A Penn Graduate School of Education professor released a set of prediction trends about topics such astransforming typical college curriculum and adding three-year undergraduate degrees, that will influence higher education decisions in 2021.
Robert Zemsky, a GSE professor in the higher education division, co-authored the book "The College Stress Test," which was published just weeks before the COVID-19 pandemic made its way to the United States. In the book, Zemsky and his co-authors outlined how many colleges and universities were close to financial ruin even before the pandemic hit, Penn GSE News reported.
Now, Zemsky has released new predictions for higher education in 2021, because COVID-19 will exacerbate and speed up the effects he outlined in his previous research which he included in the book.
Zemsky predicts that leadership in higher education will begin to view their institutions as businesses more than ever before, as he believes that many colleges did not realize how dependent they were on “residual expenses” such as room and board. As a result of the loss of these income streams and the limited options for reducing non-academic costs, colleges will look to cut academic costs. Zemsky argues that colleges should not cut faculty pay, but rather hire fewer adjunct professors and increase tenured professors’ required course loads.
In addition, he believes that colleges might look to transform the traditional curriculum to increase student retention rates. Penn GSE News reported that half of U.S. colleges lose at least 25% of their first-year class. Zemsky suggests that updating the curriculum to fit the needs and interests of today’s students would go far to alleviate this problem.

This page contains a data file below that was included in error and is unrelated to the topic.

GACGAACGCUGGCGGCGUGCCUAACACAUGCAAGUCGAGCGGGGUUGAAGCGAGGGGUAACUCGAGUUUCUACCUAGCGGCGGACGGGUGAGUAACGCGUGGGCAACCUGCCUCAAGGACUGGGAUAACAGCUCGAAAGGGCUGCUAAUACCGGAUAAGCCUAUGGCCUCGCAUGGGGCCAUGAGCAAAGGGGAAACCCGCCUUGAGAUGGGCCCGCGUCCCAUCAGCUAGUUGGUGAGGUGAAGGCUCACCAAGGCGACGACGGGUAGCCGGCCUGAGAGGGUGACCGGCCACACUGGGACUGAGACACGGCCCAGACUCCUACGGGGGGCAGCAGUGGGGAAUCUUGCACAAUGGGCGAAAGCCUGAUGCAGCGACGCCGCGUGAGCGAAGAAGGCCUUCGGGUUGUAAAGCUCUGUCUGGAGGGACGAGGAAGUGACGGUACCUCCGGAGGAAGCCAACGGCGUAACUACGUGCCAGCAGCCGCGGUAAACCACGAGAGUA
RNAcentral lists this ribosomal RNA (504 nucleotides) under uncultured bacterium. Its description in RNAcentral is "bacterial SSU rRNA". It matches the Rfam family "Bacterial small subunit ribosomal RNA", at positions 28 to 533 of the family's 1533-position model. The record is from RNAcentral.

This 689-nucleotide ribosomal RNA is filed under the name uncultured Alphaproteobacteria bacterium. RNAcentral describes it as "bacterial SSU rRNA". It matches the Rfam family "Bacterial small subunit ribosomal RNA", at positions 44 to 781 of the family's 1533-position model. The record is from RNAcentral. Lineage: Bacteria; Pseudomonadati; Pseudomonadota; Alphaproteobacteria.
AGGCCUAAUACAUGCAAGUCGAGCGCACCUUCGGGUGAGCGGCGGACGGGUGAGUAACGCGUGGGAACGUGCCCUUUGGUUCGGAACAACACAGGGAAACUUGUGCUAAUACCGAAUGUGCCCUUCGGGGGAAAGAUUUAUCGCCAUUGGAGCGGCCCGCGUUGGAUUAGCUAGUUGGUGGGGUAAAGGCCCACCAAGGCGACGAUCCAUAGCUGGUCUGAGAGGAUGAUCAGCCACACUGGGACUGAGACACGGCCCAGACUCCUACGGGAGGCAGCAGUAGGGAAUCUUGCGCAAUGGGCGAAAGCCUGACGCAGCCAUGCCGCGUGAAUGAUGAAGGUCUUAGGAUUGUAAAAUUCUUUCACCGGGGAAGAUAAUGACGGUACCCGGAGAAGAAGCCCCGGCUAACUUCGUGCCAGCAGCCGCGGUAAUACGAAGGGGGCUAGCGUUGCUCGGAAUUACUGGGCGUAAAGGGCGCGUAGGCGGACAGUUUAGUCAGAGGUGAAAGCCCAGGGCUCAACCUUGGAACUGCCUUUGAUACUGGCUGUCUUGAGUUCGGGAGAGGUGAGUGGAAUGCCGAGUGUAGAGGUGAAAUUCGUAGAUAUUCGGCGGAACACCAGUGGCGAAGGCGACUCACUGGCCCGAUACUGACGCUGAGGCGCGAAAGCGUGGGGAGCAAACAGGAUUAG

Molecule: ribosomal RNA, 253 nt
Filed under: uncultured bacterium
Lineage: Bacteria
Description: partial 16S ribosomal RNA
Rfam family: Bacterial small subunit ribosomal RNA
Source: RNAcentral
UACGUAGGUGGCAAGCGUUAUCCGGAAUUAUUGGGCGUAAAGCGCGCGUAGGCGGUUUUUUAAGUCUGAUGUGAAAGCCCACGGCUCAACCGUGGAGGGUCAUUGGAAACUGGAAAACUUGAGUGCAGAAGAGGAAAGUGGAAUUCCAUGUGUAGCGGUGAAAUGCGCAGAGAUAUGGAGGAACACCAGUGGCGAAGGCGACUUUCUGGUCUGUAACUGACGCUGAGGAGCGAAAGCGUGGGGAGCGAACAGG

Among other solutions, Zemsky proposed that colleges may begin offering three-year degree programs. Zemsky believes a four-year degree does not make sense academically or financially for most students anymore.
His fifth prediction is that university leaders will have to focus on athletics “for all the wrong reasons,” Zemsky told Penn GSE News.
“The budgets of many colleges — even those that are never on TV — are entangled with their athletic departments in ways that are increasingly uncomfortable,” Zemsky told Penn GSE News.
Lastly, college leaders will not be able to control exactly what will happen to their schools. Local and state health department regulations will be forced to make many decisions about school reopenings in light of the ever-changing nature of the pandemic.
In March, Zemsky told The Chronicle of Higher Education that the pandemic could lead 20% of U.S. colleges and universities to close permanently.